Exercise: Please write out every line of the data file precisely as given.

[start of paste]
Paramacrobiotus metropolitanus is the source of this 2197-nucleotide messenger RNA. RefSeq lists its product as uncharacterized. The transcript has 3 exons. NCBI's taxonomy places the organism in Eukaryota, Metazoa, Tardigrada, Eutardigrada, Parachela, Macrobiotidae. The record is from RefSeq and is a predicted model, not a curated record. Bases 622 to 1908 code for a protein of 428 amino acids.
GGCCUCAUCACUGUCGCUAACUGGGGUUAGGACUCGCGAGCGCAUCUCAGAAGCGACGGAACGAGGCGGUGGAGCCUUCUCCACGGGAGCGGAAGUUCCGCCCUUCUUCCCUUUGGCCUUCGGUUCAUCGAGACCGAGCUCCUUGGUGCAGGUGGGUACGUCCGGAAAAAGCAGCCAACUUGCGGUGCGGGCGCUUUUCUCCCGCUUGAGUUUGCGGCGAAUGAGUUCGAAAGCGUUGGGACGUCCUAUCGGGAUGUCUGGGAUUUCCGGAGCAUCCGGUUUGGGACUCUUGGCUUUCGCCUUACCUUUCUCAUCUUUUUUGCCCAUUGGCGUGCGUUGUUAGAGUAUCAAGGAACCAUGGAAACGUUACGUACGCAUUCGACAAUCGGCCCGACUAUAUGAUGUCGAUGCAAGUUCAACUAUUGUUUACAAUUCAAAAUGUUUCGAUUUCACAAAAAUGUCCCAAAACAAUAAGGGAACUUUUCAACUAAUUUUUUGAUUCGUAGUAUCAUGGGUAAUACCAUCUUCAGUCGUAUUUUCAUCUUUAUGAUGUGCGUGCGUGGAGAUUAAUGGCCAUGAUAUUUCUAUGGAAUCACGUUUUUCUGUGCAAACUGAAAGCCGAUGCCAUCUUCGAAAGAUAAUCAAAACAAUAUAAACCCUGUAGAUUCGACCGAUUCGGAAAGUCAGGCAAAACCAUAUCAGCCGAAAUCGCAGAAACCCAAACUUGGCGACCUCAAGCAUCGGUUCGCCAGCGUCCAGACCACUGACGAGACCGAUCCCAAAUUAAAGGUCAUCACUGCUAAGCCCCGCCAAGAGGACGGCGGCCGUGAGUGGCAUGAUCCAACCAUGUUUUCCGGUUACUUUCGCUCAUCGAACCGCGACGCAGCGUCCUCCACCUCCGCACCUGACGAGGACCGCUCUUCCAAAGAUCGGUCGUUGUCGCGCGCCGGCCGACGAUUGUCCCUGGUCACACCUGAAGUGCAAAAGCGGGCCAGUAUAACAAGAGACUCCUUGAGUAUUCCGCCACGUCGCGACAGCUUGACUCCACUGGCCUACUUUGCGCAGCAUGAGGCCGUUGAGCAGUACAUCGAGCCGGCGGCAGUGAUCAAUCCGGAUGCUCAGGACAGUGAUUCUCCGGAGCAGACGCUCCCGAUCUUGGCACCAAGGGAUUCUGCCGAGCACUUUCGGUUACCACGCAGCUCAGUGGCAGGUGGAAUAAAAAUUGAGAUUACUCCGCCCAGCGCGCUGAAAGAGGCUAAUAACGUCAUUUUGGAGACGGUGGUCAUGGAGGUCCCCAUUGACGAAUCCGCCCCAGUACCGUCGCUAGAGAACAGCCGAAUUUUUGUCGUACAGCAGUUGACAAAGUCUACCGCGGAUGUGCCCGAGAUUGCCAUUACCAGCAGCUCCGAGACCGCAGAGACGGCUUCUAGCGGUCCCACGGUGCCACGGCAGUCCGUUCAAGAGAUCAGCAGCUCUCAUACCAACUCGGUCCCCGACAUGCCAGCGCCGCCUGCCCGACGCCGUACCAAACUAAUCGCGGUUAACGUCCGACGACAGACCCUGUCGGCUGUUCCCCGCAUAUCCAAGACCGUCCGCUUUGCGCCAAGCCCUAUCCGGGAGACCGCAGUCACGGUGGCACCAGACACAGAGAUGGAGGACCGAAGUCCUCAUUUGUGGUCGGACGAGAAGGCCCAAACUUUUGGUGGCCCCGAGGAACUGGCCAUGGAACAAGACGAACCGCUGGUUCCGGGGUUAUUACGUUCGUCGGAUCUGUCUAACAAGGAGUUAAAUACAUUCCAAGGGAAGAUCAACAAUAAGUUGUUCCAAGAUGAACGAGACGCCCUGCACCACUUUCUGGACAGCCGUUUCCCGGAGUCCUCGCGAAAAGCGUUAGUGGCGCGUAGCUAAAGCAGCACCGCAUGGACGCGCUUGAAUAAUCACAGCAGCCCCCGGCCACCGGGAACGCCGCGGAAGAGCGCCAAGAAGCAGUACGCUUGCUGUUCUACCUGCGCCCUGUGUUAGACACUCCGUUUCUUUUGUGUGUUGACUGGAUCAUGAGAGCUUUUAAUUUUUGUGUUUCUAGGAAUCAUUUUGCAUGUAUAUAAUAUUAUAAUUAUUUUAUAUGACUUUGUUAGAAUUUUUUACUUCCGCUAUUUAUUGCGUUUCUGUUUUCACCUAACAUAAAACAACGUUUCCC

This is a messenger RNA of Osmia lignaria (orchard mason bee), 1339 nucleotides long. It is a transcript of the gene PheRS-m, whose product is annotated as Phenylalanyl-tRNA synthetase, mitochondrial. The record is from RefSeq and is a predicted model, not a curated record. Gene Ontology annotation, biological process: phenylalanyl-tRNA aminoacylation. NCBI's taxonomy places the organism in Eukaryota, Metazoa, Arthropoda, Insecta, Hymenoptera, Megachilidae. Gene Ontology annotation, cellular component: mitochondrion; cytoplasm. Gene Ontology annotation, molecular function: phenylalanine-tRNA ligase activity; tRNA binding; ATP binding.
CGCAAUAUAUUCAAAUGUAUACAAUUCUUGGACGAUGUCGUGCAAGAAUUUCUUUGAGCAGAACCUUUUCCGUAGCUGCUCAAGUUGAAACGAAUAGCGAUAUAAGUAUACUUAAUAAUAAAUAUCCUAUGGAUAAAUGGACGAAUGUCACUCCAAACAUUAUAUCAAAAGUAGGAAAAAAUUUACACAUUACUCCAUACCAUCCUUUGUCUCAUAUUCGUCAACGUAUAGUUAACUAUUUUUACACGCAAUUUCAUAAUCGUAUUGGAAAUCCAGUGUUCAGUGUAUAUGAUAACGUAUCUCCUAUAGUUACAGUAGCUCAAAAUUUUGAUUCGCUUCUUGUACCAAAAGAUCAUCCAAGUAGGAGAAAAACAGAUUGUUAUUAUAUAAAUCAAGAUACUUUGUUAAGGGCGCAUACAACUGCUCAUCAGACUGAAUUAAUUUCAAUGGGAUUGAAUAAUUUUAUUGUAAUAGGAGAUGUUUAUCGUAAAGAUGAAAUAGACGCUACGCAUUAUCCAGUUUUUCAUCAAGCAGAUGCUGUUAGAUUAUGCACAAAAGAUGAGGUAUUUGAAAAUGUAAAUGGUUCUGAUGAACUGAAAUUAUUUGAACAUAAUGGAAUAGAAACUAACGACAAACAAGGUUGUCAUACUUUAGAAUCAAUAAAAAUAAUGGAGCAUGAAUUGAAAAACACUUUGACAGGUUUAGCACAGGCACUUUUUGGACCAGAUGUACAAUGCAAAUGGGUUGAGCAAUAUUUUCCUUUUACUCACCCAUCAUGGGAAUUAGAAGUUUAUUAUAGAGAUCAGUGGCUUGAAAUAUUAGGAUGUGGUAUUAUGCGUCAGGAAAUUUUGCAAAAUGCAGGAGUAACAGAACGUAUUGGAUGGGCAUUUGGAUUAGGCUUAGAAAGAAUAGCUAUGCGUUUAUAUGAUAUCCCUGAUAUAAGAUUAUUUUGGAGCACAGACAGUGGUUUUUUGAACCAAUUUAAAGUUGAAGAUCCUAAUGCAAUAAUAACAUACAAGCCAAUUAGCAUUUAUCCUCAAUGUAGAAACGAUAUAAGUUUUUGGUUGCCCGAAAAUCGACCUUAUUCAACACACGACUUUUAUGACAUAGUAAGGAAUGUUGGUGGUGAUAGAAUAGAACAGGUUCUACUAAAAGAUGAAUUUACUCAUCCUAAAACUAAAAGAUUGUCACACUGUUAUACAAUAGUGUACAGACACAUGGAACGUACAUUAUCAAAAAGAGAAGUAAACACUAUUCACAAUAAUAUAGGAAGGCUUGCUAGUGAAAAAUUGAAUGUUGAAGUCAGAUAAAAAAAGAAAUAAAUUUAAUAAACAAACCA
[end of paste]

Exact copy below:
Paramacrobiotus metropolitanus is the source of this 2197-nucleotide messenger RNA. RefSeq lists its product as uncharacterized. The transcript has 3 exons. NCBI's taxonomy places the organism in Eukaryota, Metazoa, Tardigrada, Eutardigrada, Parachela, Macrobiotidae. The record is from RefSeq and is a predicted model, not a curated record. Bases 622 to 1908 code for a protein of 428 amino acids.
GGCCUCAUCACUGUCGCUAACUGGGGUUAGGACUCGCGAGCGCAUCUCAGAAGCGACGGAACGAGGCGGUGGAGCCUUCUCCACGGGAGCGGAAGUUCCGCCCUUCUUCCCUUUGGCCUUCGGUUCAUCGAGACCGAGCUCCUUGGUGCAGGUGGGUACGUCCGGAAAAAGCAGCCAACUUGCGGUGCGGGCGCUUUUCUCCCGCUUGAGUUUGCGGCGAAUGAGUUCGAAAGCGUUGGGACGUCCUAUCGGGAUGUCUGGGAUUUCCGGAGCAUCCGGUUUGGGACUCUUGGCUUUCGCCUUACCUUUCUCAUCUUUUUUGCCCAUUGGCGUGCGUUGUUAGAGUAUCAAGGAACCAUGGAAACGUUACGUACGCAUUCGACAAUCGGCCCGACUAUAUGAUGUCGAUGCAAGUUCAACUAUUGUUUACAAUUCAAAAUGUUUCGAUUUCACAAAAAUGUCCCAAAACAAUAAGGGAACUUUUCAACUAAUUUUUUGAUUCGUAGUAUCAUGGGUAAUACCAUCUUCAGUCGUAUUUUCAUCUUUAUGAUGUGCGUGCGUGGAGAUUAAUGGCCAUGAUAUUUCUAUGGAAUCACGUUUUUCUGUGCAAACUGAAAGCCGAUGCCAUCUUCGAAAGAUAAUCAAAACAAUAUAAACCCUGUAGAUUCGACCGAUUCGGAAAGUCAGGCAAAACCAUAUCAGCCGAAAUCGCAGAAACCCAAACUUGGCGACCUCAAGCAUCGGUUCGCCAGCGUCCAGACCACUGACGAGACCGAUCCCAAAUUAAAGGUCAUCACUGCUAAGCCCCGCCAAGAGGACGGCGGCCGUGAGUGGCAUGAUCCAACCAUGUUUUCCGGUUACUUUCGCUCAUCGAACCGCGACGCAGCGUCCUCCACCUCCGCACCUGACGAGGACCGCUCUUCCAAAGAUCGGUCGUUGUCGCGCGCCGGCCGACGAUUGUCCCUGGUCACACCUGAAGUGCAAAAGCGGGCCAGUAUAACAAGAGACUCCUUGAGUAUUCCGCCACGUCGCGACAGCUUGACUCCACUGGCCUACUUUGCGCAGCAUGAGGCCGUUGAGCAGUACAUCGAGCCGGCGGCAGUGAUCAAUCCGGAUGCUCAGGACAGUGAUUCUCCGGAGCAGACGCUCCCGAUCUUGGCACCAAGGGAUUCUGCCGAGCACUUUCGGUUACCACGCAGCUCAGUGGCAGGUGGAAUAAAAAUUGAGAUUACUCCGCCCAGCGCGCUGAAAGAGGCUAAUAACGUCAUUUUGGAGACGGUGGUCAUGGAGGUCCCCAUUGACGAAUCCGCCCCAGUACCGUCGCUAGAGAACAGCCGAAUUUUUGUCGUACAGCAGUUGACAAAGUCUACCGCGGAUGUGCCCGAGAUUGCCAUUACCAGCAGCUCCGAGACCGCAGAGACGGCUUCUAGCGGUCCCACGGUGCCACGGCAGUCCGUUCAAGAGAUCAGCAGCUCUCAUACCAACUCGGUCCCCGACAUGCCAGCGCCGCCUGCCCGACGCCGUACCAAACUAAUCGCGGUUAACGUCCGACGACAGACCCUGUCGGCUGUUCCCCGCAUAUCCAAGACCGUCCGCUUUGCGCCAAGCCCUAUCCGGGAGACCGCAGUCACGGUGGCACCAGACACAGAGAUGGAGGACCGAAGUCCUCAUUUGUGGUCGGACGAGAAGGCCCAAACUUUUGGUGGCCCCGAGGAACUGGCCAUGGAACAAGACGAACCGCUGGUUCCGGGGUUAUUACGUUCGUCGGAUCUGUCUAACAAGGAGUUAAAUACAUUCCAAGGGAAGAUCAACAAUAAGUUGUUCCAAGAUGAACGAGACGCCCUGCACCACUUUCUGGACAGCCGUUUCCCGGAGUCCUCGCGAAAAGCGUUAGUGGCGCGUAGCUAAAGCAGCACCGCAUGGACGCGCUUGAAUAAUCACAGCAGCCCCCGGCCACCGGGAACGCCGCGGAAGAGCGCCAAGAAGCAGUACGCUUGCUGUUCUACCUGCGCCCUGUGUUAGACACUCCGUUUCUUUUGUGUGUUGACUGGAUCAUGAGAGCUUUUAAUUUUUGUGUUUCUAGGAAUCAUUUUGCAUGUAUAUAAUAUUAUAAUUAUUUUAUAUGACUUUGUUAGAAUUUUUUACUUCCGCUAUUUAUUGCGUUUCUGUUUUCACCUAACAUAAAACAACGUUUCCC

This is a messenger RNA of Osmia lignaria (orchard mason bee), 1339 nucleotides long. It is a transcript of the gene PheRS-m, whose product is annotated as Phenylalanyl-tRNA synthetase, mitochondrial. The record is from RefSeq and is a predicted model, not a curated record. Gene Ontology annotation, biological process: phenylalanyl-tRNA aminoacylation. NCBI's taxonomy places the organism in Eukaryota, Metazoa, Arthropoda, Insecta, Hymenoptera, Megachilidae. Gene Ontology annotation, cellular component: mitochondrion; cytoplasm. Gene Ontology annotation, molecular function: phenylalanine-tRNA ligase activity; tRNA binding; ATP binding.
CGCAAUAUAUUCAAAUGUAUACAAUUCUUGGACGAUGUCGUGCAAGAAUUUCUUUGAGCAGAACCUUUUCCGUAGCUGCUCAAGUUGAAACGAAUAGCGAUAUAAGUAUACUUAAUAAUAAAUAUCCUAUGGAUAAAUGGACGAAUGUCACUCCAAACAUUAUAUCAAAAGUAGGAAAAAAUUUACACAUUACUCCAUACCAUCCUUUGUCUCAUAUUCGUCAACGUAUAGUUAACUAUUUUUACACGCAAUUUCAUAAUCGUAUUGGAAAUCCAGUGUUCAGUGUAUAUGAUAACGUAUCUCCUAUAGUUACAGUAGCUCAAAAUUUUGAUUCGCUUCUUGUACCAAAAGAUCAUCCAAGUAGGAGAAAAACAGAUUGUUAUUAUAUAAAUCAAGAUACUUUGUUAAGGGCGCAUACAACUGCUCAUCAGACUGAAUUAAUUUCAAUGGGAUUGAAUAAUUUUAUUGUAAUAGGAGAUGUUUAUCGUAAAGAUGAAAUAGACGCUACGCAUUAUCCAGUUUUUCAUCAAGCAGAUGCUGUUAGAUUAUGCACAAAAGAUGAGGUAUUUGAAAAUGUAAAUGGUUCUGAUGAACUGAAAUUAUUUGAACAUAAUGGAAUAGAAACUAACGACAAACAAGGUUGUCAUACUUUAGAAUCAAUAAAAAUAAUGGAGCAUGAAUUGAAAAACACUUUGACAGGUUUAGCACAGGCACUUUUUGGACCAGAUGUACAAUGCAAAUGGGUUGAGCAAUAUUUUCCUUUUACUCACCCAUCAUGGGAAUUAGAAGUUUAUUAUAGAGAUCAGUGGCUUGAAAUAUUAGGAUGUGGUAUUAUGCGUCAGGAAAUUUUGCAAAAUGCAGGAGUAACAGAACGUAUUGGAUGGGCAUUUGGAUUAGGCUUAGAAAGAAUAGCUAUGCGUUUAUAUGAUAUCCCUGAUAUAAGAUUAUUUUGGAGCACAGACAGUGGUUUUUUGAACCAAUUUAAAGUUGAAGAUCCUAAUGCAAUAAUAACAUACAAGCCAAUUAGCAUUUAUCCUCAAUGUAGAAACGAUAUAAGUUUUUGGUUGCCCGAAAAUCGACCUUAUUCAACACACGACUUUUAUGACAUAGUAAGGAAUGUUGGUGGUGAUAGAAUAGAACAGGUUCUACUAAAAGAUGAAUUUACUCAUCCUAAAACUAAAAGAUUGUCACACUGUUAUACAAUAGUGUACAGACACAUGGAACGUACAUUAUCAAAAAGAGAAGUAAACACUAUUCACAAUAAUAUAGGAAGGCUUGCUAGUGAAAAAUUGAAUGUUGAAGUCAGAUAAAAAAAGAAAUAAAUUUAAUAAACAAACCA